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Seven Sorts of Sinful Forgetting: Tips on How to Remember

Memory fades a little with age, but did you ever wonder why you've misplaced the keys, struggled to recall a name, or even remembered an event completely differently from someone else. Daniel Schacter, author of the book The Seven Sins of Memory explains how our memory fails us.

Daniel Schacter PhD, chairman of Harvard University's Department of Psychology and a leading researcher on memory and amnesia, described seven sins of memory in his book:

  1. Transience: weakening of memory over time.

    Many commercial memory improvement products rely on an overly elaborate system of imagery cues that are impossible to use in everyday life. Schacter suggests an alternative--simple images that relate what you wish to remember to what you already know. He also suggests active experiencing: Ask yourself simple questions about what you wish to remember. Some herbs, hormones, and genes can influence memory, though only slightly.

  2. Absentmindedness: breakdown between attention and memory.

    If you often forget things at some point during your day, the problem is likely the cues you use. Good cues are distinctive and informative. Visual cues (When you see Bill, tell him about the meeting) are better than time-based cues (Call me at 12:00), especially as you age.

  3. Blocking: thwarted search for desired information.

    Most of us have had the feeling that the word or name we are searching for is on the tip of our tongue. Often, you are able to remember some letters of the word. Use them as a starting point. You can also try to recall similar situations in which you saw the person or used the word to help trigger memory. Avoid repeating words that sound similar; it will only prolong your search. Finally, be proactive and link images to the word or name before you are likely to need them.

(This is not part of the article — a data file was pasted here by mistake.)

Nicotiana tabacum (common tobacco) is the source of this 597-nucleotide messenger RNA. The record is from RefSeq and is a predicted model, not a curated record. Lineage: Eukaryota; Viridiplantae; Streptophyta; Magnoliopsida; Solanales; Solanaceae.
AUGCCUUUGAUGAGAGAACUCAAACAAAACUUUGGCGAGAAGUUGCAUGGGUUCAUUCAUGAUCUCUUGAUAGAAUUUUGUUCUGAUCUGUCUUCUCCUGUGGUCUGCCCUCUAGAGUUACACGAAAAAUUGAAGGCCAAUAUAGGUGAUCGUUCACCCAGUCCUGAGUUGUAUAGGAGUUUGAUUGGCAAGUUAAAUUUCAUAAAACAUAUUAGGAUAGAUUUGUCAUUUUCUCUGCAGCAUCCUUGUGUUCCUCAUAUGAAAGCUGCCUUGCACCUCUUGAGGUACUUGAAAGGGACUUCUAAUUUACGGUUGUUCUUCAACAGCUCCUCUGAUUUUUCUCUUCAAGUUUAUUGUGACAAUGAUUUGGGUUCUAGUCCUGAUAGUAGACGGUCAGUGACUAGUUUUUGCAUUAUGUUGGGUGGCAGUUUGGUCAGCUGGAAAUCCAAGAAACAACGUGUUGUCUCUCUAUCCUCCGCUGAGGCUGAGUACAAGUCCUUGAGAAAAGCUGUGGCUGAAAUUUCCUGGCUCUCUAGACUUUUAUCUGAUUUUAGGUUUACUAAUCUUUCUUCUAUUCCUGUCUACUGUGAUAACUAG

4. Misattribution: incorrect memory assignment.

    Have you ever had the sense that you have seen or heard some bit of information before, even though it is entirely new? This is an especially common feeling among the elderly, who don't expect to recall specific details, but make recollections based on general feelings. Schacter suggests that you can combat misattribution by paying closer attention to the source of your ideas and not relying upon a general recollection.

  5. Suggestibility: implantation of wrong memories.

    We are all vulnerable to the power of suggestion. Eyewitnesses to the same crime often give widely different accounts. Using simple, open-ended questions and avoiding promises, praise, rewards, or expressions of disappointment or disapproval can all help reduce suggestibility. Avoid asking someone to take time and try and remember, which can lead them to recall things that never happened.

  6. Bias: editing the past based on current experiences.

    Seeing yourself in a positive light and another person negatively is a common bias. Another example is the habit of altering your recollection of the past to ft the present. An especially pernicious bias is stereotyping and expecting someone to act or behave a certain way because of their age or race. While there are no shortcuts, bias can be limited through self-examination.

  7. Persistence: repeated recall of disturbing memories.

    Repeatedly recalling a failure or trauma is common. For some it can become debilitating. You can fight repetitive memory by replacing counterfactual "what-if's" with an explanation of the rationale for your decision. Disclosing your feelings also helps to reduce persistent memories. Acknowledge, confront, and work through your intrusive memories. There are drugs and hormones that can reduce persistent memories, but they only defer the need to work through your feelings.

What prompted you to write this book?